The issue isn’t that Cuba or Castro has failed. Cuba is by many reports succeeding, but there is no finality in success. The authors are stating, at least from one perspective, that Cuba has been successful in providing health care, a balanced distribution – to a point – and universal education. Crime is below the US and South America in general. They have no cases of HIV (and the US?). A complete reversal on farming from mechanized (Soviet/US-styled) argibusiness to small sustainable farms which has greatly increased the yield and easily feeds the nation.

    The US made hundreds (perhaps thousands) of attempts to overthrow Castro along with US proxies. This is a fact. The evidence is there if you care to check the recently released CIA records. Cuba survived. It survived a devastating blockade coupled with a collapsed Soviet and its deep economic ties. Cuba did, from many accounts, transition its economics not to capitalism but away from monolithic 20th century argibusinesses. In fact, Cuba has shown resiliance in a way that many developing countries could learn (if so many weren’t strapped by neoliberal trade agreements). Yes, it ihas trade agreements as one would expect. So far, these are not asymmetrical.

    So, it is the US and its proxies who failed, but not for trying. It is not because it is an island. Come on. US occupied the Philipines for decades, Puerto Rico, Hawaii, and many others it occupies.

    No, the pressing issue Cuba must face is whether it has cultivated grass-roots leadership – the kind I mentioned above. Democracy is, from my perspective part of that, but it is a living democracy – not the thin crap we call democracy. I’m not sure whether that kind of major transition is been laid. The US has a legacy of wealth (mostly debt based) and military might (supreme), but we are struggling with real leadership and people based democracy. So, the challenge is not just with Cuba.

    As far as east Europe, again, the facts are pretty clear and I won’t quibble with Petras, et al characterization.

  4. Rg the LG said on August 13th, 2007 at 6:51pm #

    I am fascinated by Cuba as a thorn in the side of the American Empire. I applaud their success in demonstrating there is a different model, aside from rewarding the rich by allowing them to become richer (capitalism).
    I am also intrigued by the fact that if a person writes a summary the criticism is ‘not enough detail’ … and when the detail is there, it is 16 pages of gobble-dee-gook. No matter what, objecting to a criticism of our empire results in a complaint regarding authenticity … mostly I suspect because the only permitted authenticity is the government line.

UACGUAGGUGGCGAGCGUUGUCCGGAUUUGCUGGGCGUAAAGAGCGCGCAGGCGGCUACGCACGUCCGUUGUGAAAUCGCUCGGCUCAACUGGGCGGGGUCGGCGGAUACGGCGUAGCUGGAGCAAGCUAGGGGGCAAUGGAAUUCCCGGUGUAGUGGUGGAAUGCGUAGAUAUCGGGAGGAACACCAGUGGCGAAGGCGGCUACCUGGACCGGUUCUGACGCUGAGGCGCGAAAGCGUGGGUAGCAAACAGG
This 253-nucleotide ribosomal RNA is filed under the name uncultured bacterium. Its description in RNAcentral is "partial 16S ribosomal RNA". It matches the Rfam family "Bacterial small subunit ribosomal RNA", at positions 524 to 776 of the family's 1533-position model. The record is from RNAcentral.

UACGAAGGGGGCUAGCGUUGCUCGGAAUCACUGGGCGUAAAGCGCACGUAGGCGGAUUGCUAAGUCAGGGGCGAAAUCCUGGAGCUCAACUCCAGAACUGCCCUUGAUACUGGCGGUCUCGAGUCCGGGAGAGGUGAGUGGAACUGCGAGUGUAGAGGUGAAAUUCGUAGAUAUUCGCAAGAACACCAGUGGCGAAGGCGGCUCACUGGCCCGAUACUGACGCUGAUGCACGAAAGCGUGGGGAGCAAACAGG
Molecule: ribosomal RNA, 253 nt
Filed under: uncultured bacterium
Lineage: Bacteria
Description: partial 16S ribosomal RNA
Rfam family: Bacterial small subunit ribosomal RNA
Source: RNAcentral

Ah well … maybe the credit crisis will blow the whole capitalist pig farm to smitherenes … or a comet will put us our of our misery. Now that IS a hopeful picture?

  5. Reynaldo said on August 13th, 2007 at 7:33pm #

    I consider myself a real progressive liberal, and unlike the people who wrote this bias article I know that dictatorships come in all flavors whether they’re left or right leaning. I’ve never been able to understand how some people let their excitement for a particular political preference cloud their judgment.
    Throughout the article the writers paint a rosy, almost utopian picture of the Cuban revolution, and although is true that there is a social welfare state, the quality of the social services available to the people is very deficient or non-existent. Under a tyrannical system like that of Cuba, where people can only do what the goverment allows them to do, and capitalism is anathema, –except of course the limited capitalism permitted by the regime to get the hard currency it needs to survive– it’s imposible to have the prosperous economy needed to finance the welfare-state that Castro has envisioned.
    Let’s not forget the real facts about the so called Cuban revolution.
    In this island paradise the writers talk about, almost two million people have left the country in spite of all the travel restrictions imposed by the government. In Cuba the government owns everything, there is no private property. There are no opposition political parties, there’s no free independent press, radio or television, none of the freedoms that we take for granted are known by the Cuban people.
    I also disagree with those that think that the US embargo is the culprit of all the hardships the Cuban people have to endure everyday, if anything it has given the regime the perfect excuse to blame the US for just about everything that has gone wrong in Cuba.